Smith’s Wood Academy

Name Smith’s Wood Academy
Ofsted Inspection Rating Requires improvement
Inspection Date 01 May 2019
Address Windward Way, Smith’s Wood, Birmingham, West Midlands, B36 0UE
Phone Number 01217884100
Type Secondary
Age Range 11-16
Religious Character Does not apply
Gender Mixed
Number of Pupils 992 (51% boys 49% girls)
Number of Pupils per Teacher 16.4
Academy Sponsor Fairfax Multi Academy Trust
Local Authority Solihull
Percentage Free School Meals 32.4%
Percentage English is Not First Language 4%
Persisitent Absence 23.8%
Pupils with SEN Support 18.1%
Catchment Area Information Available Yes, our catchment area data is FREE
Last Distance Offered Information Available No

Information about this school

The school opened as an academy in April 2017 and is part of FMAT. The school’s local governing body, known as its academy association, has responsibility for setting the school’s strategic direction and creating and reviewing policies, objectives and targets. It approves and reviews the school’s budget and holds its leaders to account for the school’s performance. FMAT’s board of directors oversees the academy association and the work of the trust. The school is larger than the average-sized 11–16 comprehensive school. Its sixth form closed in August 2018. More than half of its pupils are disadvantaged. This is well above average. The great majority of pupils are of White British heritage. Few pupils speak English as an additional language. The proportion of pupils with SEND is broadly average. The school makes use of alternative provision for approximately a dozen pupils. The alterative providers are TLG Kingstanding, TLG Yardley Wood, EBN1, EBN2, Blackwater Academy, IMedia, Riverside and WorkLearn UK.

Summary of key findings for parents and pupils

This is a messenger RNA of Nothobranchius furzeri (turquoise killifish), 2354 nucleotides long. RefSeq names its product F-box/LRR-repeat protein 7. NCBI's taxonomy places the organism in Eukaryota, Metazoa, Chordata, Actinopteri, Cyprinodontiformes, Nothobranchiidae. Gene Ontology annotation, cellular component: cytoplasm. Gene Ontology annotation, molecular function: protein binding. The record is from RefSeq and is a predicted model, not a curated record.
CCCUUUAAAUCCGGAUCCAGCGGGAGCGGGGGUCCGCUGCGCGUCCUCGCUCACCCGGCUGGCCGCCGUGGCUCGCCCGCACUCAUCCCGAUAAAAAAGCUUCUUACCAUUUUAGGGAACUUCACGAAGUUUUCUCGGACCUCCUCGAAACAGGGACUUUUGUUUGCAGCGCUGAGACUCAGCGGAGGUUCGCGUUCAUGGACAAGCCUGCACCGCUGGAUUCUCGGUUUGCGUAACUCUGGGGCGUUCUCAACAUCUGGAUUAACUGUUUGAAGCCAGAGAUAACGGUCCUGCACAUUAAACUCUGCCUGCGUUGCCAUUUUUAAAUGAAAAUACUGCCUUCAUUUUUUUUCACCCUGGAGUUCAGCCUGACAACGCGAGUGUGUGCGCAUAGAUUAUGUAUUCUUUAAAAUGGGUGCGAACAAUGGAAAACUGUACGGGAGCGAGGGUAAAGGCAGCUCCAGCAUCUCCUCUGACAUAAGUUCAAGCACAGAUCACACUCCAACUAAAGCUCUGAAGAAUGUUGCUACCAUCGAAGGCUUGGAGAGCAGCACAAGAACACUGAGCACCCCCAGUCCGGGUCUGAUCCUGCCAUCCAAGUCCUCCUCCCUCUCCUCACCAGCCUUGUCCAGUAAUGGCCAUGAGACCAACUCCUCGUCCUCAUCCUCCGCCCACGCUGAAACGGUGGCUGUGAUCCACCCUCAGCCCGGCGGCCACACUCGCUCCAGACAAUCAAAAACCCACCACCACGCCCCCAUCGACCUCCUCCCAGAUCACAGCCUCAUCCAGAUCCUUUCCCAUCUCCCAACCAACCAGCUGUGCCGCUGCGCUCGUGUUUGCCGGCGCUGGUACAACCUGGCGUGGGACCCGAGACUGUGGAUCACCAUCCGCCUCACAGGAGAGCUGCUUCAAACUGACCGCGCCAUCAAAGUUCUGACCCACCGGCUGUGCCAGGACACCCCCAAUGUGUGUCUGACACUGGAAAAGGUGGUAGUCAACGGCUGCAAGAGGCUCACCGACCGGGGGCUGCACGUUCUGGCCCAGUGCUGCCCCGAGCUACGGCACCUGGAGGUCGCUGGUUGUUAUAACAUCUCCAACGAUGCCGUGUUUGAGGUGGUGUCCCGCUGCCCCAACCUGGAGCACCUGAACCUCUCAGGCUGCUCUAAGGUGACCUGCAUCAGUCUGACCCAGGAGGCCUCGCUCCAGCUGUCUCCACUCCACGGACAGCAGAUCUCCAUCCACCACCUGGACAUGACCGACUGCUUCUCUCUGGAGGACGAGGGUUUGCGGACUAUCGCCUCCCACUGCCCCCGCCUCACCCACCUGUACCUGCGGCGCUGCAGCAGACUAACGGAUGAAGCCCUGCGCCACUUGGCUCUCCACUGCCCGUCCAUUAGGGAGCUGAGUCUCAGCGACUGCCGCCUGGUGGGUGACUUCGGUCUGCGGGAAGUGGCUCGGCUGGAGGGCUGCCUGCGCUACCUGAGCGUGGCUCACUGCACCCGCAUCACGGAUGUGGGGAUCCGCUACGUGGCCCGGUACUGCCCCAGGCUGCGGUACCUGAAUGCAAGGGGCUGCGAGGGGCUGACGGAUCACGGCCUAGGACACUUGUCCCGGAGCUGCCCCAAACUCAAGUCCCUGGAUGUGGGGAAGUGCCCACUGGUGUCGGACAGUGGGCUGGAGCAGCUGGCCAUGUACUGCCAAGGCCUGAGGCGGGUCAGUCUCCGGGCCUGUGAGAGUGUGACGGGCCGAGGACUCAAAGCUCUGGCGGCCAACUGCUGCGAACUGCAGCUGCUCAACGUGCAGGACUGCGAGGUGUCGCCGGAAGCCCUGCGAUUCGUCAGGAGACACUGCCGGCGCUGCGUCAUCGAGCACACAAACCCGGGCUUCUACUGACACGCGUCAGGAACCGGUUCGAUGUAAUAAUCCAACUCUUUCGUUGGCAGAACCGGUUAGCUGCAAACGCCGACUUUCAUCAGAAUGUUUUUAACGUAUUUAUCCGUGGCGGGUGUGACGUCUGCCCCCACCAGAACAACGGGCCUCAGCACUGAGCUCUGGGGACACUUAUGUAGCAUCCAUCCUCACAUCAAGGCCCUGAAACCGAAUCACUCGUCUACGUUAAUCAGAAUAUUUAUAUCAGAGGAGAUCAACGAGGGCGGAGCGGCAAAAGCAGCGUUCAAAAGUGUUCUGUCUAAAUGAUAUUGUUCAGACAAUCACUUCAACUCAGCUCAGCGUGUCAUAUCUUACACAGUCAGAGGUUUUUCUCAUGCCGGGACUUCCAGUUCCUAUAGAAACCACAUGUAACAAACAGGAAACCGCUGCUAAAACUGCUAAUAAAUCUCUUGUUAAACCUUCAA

This is a school that requires improvement Pupils’ published outcomes at the end of key stage 4 were weak in 2018. This was particularly the case in English, mathematics, science, history and geography. The quality of teaching varies across the school and not enough is good. Teachers too often plan activities that are too easy or too hard for pupils. They do not consistently check that pupils understand their work. Provision for pupils with special educational needs and/or disabilities (SEND), although improving, has weaknesses. Teachers’ planning does not consistently take into account these pupils’ needs. Additional support is not as effective as it ought to be. Although attendance has improved considerably this year, it remains well below the average for similar schools. Too many pupils do not attend regularly. There remains too much low-level disruption of lessons. A minority of pupils do not have good attitudes to learning and some teachers do not manage behaviour as well as they should. A minority of pupils do not have confidence in staff to deal effectively with problems, including bullying, when they arise. However, pupils are safe in school. The school does not promote pupils’ literacy skills as well as it should. Some staff do not always use correct spoken and written English. Staff do not consistently address the errors that pupils make. The school has the following strengths The school has improved rapidly since it opened as an academy in April 2017. Determined leadership from the headteacher, well supported by senior leaders and the Fairfax Multi-Academy Trust (FMAT), has resulted in considerable improvement in teaching, behaviour and attendance. Consequently, current pupils’ progress is improving rapidly. The curriculum is thoughtfully planned and contributes well to pupils’ personal development. It is particularly effective in helping pupils to understand how to stay safe and live healthy lives. Outcomes are strong in several subjects. These include languages and most vocational subjects.